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A physics text is not required for either physics course. Rather than referring to an authority, students create knowledge from their laboratory experiences and classroom dialog. The format and layout of a textbook is not particularly conducive to fostering this idea and we have not found a textbook that follows the same logical progression of ideas that we apply to our classroom instruction. Nevertheless, some students may benefit by having a textbook available as a resource; parents may also benefit from this resource when trying to help their child with studying.  We have plenty of copies of each textbook shown below for students to checkout.

Another "textbook" option is an online option at The Physics Classroom.  This is an online textbook that presents concepts in a manner similar to how we approach concepts in class.  It has built into it a number of simulations to help students/parents learn or relearn concepts.  This site was originally created by a physics teacher in Glenbrook, IL as part of a grant through the National Science Foundation.  If we were to create our own online textbook, it would largely mirror what this teacher has created.  The pertinent links to this site are housed in the unit topics in Moodle where all of the other curricular materials are found.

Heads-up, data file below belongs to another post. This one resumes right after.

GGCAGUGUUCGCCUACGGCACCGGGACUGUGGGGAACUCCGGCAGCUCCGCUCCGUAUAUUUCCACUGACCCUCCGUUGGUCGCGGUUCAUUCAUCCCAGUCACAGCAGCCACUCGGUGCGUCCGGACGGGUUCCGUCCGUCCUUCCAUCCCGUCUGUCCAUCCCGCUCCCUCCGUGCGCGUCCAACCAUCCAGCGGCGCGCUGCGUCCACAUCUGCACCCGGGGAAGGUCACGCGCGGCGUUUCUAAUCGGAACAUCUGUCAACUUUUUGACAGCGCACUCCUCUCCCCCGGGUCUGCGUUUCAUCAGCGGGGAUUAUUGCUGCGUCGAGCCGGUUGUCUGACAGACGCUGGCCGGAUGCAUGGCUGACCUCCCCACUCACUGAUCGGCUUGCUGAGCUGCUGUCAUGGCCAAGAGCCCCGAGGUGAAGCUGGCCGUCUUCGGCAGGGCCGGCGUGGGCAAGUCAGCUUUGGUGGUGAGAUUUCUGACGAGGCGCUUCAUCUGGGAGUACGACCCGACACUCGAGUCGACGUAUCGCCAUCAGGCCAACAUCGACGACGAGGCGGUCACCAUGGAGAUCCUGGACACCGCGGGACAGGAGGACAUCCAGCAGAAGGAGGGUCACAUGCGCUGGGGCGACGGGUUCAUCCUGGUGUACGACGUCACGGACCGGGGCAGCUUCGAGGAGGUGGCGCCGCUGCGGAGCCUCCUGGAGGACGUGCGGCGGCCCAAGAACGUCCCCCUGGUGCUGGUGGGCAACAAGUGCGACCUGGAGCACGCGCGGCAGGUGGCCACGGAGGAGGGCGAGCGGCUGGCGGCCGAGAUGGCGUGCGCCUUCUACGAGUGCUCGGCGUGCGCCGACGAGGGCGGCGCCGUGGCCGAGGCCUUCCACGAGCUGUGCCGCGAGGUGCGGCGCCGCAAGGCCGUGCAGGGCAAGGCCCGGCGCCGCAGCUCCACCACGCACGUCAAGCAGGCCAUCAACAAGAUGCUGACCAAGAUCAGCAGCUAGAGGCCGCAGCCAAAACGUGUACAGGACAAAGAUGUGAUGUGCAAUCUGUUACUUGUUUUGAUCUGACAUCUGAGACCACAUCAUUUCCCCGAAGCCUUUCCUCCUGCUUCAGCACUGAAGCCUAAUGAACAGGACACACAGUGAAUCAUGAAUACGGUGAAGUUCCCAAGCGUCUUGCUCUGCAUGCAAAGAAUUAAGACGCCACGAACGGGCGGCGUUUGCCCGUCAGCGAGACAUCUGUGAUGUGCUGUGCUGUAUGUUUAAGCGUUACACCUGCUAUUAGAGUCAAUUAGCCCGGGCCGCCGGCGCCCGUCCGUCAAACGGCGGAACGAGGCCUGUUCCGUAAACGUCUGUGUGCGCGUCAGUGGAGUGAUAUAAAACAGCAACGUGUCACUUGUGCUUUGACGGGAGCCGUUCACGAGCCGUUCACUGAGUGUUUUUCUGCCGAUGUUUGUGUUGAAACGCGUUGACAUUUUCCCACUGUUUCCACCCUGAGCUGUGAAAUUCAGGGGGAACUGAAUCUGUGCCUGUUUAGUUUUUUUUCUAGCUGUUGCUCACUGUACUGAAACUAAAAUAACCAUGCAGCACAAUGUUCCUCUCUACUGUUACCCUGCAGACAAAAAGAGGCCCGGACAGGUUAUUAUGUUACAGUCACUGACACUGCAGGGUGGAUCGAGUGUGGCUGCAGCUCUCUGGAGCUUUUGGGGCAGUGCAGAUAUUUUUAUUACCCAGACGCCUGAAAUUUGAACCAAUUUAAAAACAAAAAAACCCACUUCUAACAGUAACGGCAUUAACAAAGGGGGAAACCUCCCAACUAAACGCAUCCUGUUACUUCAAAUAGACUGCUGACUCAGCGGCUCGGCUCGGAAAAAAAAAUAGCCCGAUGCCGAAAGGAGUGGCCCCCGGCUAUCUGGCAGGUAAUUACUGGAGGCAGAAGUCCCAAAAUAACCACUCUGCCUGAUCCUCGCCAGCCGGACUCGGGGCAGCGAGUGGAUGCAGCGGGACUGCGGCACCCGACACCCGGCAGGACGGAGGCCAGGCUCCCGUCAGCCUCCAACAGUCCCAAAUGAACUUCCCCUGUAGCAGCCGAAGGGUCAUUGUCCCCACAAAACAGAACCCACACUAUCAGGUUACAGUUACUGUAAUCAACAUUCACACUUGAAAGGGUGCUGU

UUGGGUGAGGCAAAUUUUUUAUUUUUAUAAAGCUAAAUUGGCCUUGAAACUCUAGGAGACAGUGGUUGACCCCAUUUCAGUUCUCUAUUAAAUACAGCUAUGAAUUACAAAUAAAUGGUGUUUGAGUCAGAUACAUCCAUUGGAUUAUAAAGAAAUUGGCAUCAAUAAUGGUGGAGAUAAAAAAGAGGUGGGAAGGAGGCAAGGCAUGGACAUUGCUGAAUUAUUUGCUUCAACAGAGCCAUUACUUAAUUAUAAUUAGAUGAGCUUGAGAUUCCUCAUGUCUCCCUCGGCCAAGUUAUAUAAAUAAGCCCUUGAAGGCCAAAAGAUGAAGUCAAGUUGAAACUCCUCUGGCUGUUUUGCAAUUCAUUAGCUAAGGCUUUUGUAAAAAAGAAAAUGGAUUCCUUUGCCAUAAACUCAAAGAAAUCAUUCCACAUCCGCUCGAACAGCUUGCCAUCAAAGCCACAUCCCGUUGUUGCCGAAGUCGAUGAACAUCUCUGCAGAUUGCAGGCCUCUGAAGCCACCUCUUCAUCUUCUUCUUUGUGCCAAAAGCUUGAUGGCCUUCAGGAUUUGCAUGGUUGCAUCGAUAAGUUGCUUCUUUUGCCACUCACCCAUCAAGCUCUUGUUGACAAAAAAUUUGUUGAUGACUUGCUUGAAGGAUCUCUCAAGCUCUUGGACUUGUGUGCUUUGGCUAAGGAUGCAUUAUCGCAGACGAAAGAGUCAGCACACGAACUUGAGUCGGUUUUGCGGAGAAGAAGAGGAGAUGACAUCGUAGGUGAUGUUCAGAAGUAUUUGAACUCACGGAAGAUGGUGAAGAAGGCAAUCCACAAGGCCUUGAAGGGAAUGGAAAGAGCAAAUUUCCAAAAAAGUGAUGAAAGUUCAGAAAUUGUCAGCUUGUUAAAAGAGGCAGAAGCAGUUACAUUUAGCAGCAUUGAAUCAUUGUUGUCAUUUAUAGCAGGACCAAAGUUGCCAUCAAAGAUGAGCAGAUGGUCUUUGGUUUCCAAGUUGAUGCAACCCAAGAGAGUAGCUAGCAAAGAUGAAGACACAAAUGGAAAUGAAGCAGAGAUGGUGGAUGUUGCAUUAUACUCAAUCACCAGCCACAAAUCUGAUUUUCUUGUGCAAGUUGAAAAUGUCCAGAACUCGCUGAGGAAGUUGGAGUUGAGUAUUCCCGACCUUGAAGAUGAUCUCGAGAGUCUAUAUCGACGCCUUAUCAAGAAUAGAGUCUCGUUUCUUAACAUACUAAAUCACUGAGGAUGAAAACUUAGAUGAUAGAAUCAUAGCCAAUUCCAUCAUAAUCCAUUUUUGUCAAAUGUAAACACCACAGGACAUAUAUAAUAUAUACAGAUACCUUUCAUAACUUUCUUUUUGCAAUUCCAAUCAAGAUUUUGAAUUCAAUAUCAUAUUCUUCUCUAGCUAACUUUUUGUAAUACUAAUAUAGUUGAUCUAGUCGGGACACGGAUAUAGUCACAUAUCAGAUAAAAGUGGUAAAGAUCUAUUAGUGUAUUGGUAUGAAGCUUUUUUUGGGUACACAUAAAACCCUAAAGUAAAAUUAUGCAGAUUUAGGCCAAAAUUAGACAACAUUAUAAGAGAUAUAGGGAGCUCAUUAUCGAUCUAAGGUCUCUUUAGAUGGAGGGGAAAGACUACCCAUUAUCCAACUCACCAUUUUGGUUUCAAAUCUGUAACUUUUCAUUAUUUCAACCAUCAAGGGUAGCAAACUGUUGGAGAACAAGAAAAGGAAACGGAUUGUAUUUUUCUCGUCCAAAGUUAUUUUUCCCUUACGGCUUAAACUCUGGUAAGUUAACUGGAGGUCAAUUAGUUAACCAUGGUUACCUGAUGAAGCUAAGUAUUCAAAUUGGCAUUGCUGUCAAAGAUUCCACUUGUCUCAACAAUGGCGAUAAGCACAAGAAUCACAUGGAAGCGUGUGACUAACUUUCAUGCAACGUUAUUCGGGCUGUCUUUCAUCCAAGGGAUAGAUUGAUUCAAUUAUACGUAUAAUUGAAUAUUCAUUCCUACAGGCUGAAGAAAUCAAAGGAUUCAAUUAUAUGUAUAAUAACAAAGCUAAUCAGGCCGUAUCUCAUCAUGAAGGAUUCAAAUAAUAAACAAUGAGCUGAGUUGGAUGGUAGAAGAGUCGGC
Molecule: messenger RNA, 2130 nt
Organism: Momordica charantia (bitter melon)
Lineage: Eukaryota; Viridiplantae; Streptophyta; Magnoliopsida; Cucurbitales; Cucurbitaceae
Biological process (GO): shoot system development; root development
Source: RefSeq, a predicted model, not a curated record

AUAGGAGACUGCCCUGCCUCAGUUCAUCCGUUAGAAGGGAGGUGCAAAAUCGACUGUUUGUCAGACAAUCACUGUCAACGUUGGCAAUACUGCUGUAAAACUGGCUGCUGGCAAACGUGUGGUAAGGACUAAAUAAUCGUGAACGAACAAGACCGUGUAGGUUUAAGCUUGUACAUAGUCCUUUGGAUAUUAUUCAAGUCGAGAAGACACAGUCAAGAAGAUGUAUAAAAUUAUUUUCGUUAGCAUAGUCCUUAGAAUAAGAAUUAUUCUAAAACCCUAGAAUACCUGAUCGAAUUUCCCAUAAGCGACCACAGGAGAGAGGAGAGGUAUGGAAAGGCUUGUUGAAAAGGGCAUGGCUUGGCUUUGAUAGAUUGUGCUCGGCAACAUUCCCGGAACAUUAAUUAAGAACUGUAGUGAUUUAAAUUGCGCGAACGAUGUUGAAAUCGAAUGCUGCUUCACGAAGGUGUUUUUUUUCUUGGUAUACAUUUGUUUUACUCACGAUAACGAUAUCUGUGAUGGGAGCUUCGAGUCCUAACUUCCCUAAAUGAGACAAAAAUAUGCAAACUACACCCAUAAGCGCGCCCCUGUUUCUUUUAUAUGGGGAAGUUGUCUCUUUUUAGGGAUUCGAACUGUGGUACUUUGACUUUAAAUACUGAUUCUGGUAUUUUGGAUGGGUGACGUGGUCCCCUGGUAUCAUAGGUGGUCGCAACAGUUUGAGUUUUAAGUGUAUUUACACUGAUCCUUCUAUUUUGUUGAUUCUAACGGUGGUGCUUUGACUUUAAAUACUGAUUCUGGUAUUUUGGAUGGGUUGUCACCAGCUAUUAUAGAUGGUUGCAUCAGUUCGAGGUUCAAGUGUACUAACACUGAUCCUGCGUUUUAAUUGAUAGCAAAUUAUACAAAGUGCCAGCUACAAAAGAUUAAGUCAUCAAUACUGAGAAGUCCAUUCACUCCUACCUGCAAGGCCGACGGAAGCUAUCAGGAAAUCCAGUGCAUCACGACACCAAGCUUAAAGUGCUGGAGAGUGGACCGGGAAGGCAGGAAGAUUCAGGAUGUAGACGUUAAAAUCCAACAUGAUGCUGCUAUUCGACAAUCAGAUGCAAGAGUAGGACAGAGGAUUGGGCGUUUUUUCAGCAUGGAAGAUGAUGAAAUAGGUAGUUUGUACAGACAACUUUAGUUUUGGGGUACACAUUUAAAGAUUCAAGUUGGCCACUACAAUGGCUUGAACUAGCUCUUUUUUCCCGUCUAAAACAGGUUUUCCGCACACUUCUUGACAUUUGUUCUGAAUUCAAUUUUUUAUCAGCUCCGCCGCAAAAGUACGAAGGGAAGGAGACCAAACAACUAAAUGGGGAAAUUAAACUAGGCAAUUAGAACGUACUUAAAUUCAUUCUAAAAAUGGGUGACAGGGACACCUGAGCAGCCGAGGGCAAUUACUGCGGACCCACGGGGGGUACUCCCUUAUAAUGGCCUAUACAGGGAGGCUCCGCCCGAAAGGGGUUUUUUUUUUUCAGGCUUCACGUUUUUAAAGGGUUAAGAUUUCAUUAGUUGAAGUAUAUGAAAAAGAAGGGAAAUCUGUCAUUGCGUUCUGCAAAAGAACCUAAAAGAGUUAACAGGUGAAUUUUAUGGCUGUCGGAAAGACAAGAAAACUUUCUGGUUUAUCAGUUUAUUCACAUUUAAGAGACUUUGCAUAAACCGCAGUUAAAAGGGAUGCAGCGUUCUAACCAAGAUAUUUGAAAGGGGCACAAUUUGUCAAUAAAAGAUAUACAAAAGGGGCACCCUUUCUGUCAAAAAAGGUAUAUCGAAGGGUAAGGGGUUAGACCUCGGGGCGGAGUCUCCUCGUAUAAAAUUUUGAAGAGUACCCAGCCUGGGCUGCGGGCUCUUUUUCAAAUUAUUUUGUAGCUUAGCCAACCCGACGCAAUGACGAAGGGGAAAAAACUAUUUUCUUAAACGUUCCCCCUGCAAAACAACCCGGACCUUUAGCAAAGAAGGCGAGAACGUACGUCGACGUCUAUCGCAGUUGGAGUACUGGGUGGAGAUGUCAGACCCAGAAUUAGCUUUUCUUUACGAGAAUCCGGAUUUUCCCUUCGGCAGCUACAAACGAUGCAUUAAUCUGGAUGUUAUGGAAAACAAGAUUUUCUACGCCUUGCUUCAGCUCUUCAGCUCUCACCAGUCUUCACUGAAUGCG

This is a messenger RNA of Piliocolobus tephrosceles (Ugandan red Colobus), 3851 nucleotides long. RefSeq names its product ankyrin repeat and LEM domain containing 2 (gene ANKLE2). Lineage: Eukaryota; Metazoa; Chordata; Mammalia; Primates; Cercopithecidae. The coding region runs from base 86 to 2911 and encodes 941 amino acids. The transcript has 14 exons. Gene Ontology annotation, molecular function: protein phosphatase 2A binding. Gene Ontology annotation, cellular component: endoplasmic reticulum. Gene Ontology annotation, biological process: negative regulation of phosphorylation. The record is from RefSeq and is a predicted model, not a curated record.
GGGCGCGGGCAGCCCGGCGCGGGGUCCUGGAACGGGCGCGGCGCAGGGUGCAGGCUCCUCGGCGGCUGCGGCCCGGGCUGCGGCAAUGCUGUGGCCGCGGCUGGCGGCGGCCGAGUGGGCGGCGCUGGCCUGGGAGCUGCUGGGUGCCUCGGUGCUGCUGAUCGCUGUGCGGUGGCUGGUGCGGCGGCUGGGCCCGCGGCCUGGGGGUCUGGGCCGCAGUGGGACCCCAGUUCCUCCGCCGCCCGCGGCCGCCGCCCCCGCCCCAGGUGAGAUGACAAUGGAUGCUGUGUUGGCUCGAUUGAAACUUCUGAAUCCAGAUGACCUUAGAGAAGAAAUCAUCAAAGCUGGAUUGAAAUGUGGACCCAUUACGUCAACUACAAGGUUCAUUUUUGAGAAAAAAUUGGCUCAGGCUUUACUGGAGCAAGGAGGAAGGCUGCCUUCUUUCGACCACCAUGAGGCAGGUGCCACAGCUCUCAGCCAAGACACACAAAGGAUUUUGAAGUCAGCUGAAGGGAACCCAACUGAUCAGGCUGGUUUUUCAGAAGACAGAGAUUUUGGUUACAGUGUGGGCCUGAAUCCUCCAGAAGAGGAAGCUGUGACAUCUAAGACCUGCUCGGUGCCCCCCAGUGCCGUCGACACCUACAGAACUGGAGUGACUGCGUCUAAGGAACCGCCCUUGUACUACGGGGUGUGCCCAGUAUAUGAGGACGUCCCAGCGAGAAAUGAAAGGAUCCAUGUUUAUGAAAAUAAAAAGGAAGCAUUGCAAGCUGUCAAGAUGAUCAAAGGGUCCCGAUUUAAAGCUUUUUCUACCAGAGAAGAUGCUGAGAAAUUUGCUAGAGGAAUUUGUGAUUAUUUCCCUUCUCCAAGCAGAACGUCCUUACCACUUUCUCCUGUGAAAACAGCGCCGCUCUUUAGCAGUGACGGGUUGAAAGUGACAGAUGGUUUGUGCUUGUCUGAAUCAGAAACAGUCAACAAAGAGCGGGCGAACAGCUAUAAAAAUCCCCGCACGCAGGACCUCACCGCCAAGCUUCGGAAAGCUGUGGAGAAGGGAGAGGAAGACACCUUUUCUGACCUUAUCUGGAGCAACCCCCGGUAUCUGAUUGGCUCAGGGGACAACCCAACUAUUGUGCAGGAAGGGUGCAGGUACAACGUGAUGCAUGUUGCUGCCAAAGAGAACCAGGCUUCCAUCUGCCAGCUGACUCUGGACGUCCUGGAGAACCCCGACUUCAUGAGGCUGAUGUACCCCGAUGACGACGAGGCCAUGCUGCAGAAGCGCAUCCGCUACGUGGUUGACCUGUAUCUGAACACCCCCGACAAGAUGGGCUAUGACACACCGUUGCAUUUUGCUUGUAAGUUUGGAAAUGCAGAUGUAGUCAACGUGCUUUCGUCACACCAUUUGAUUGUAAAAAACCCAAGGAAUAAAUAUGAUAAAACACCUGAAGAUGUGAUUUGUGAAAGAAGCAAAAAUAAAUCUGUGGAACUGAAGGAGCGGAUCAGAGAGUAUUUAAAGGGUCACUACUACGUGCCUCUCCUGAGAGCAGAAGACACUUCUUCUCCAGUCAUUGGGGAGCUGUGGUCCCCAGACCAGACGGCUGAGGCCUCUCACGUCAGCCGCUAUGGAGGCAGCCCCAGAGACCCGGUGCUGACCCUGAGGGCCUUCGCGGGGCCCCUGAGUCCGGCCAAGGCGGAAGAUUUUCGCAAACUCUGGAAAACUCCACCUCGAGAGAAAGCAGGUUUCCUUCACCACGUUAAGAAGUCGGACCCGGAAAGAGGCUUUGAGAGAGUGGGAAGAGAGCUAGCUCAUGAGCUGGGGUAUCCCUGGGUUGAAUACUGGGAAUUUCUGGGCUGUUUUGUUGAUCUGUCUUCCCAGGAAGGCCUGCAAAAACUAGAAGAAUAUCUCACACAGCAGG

Hewitt, Paul G. Con
ceptual Physics, 2nd Edition. Menlo Park, CA: Addison-Wesley Publishing Company, 1992.

This textbook is written at a 10th-grade level and is designed to help students understand concepts. Mathematical applications are kept to a minimum. This book would be appropriate for either level of physics to gain a better understanding of concepts.

Giancoli, Douglas C. Physics, 3rd Edition
. Englewood Cliffs, NJ: Prentice Hall, 1991.

This textbook is written at a college freshman level and extensively uses algebra and trigonometry to support physics concepts. The math level in this book is consistent wit
h the level required of the Honors Physics class, but may also provide some mathematical and graphical concepts for the General Physics class that are not sufficiently addressed in the Conceptual Physics textbook.  A study guide is also available for this textbook.

Halliday, David, & Resnick, Robert. Fundamentals of Physics, Extended, 5th Edition. New York: John Wiley & Sons, Inc., 1997

There are limited copies of this textbook, and they are reserved for the exclusive use of those students who are studying to write the AP Physics C exam. This text applies math typically utilized in a first-year calculus course. The AP problem sets found in the AP Physics section of this site are adopted from this text and the course of study is parallel to the design of this textbook.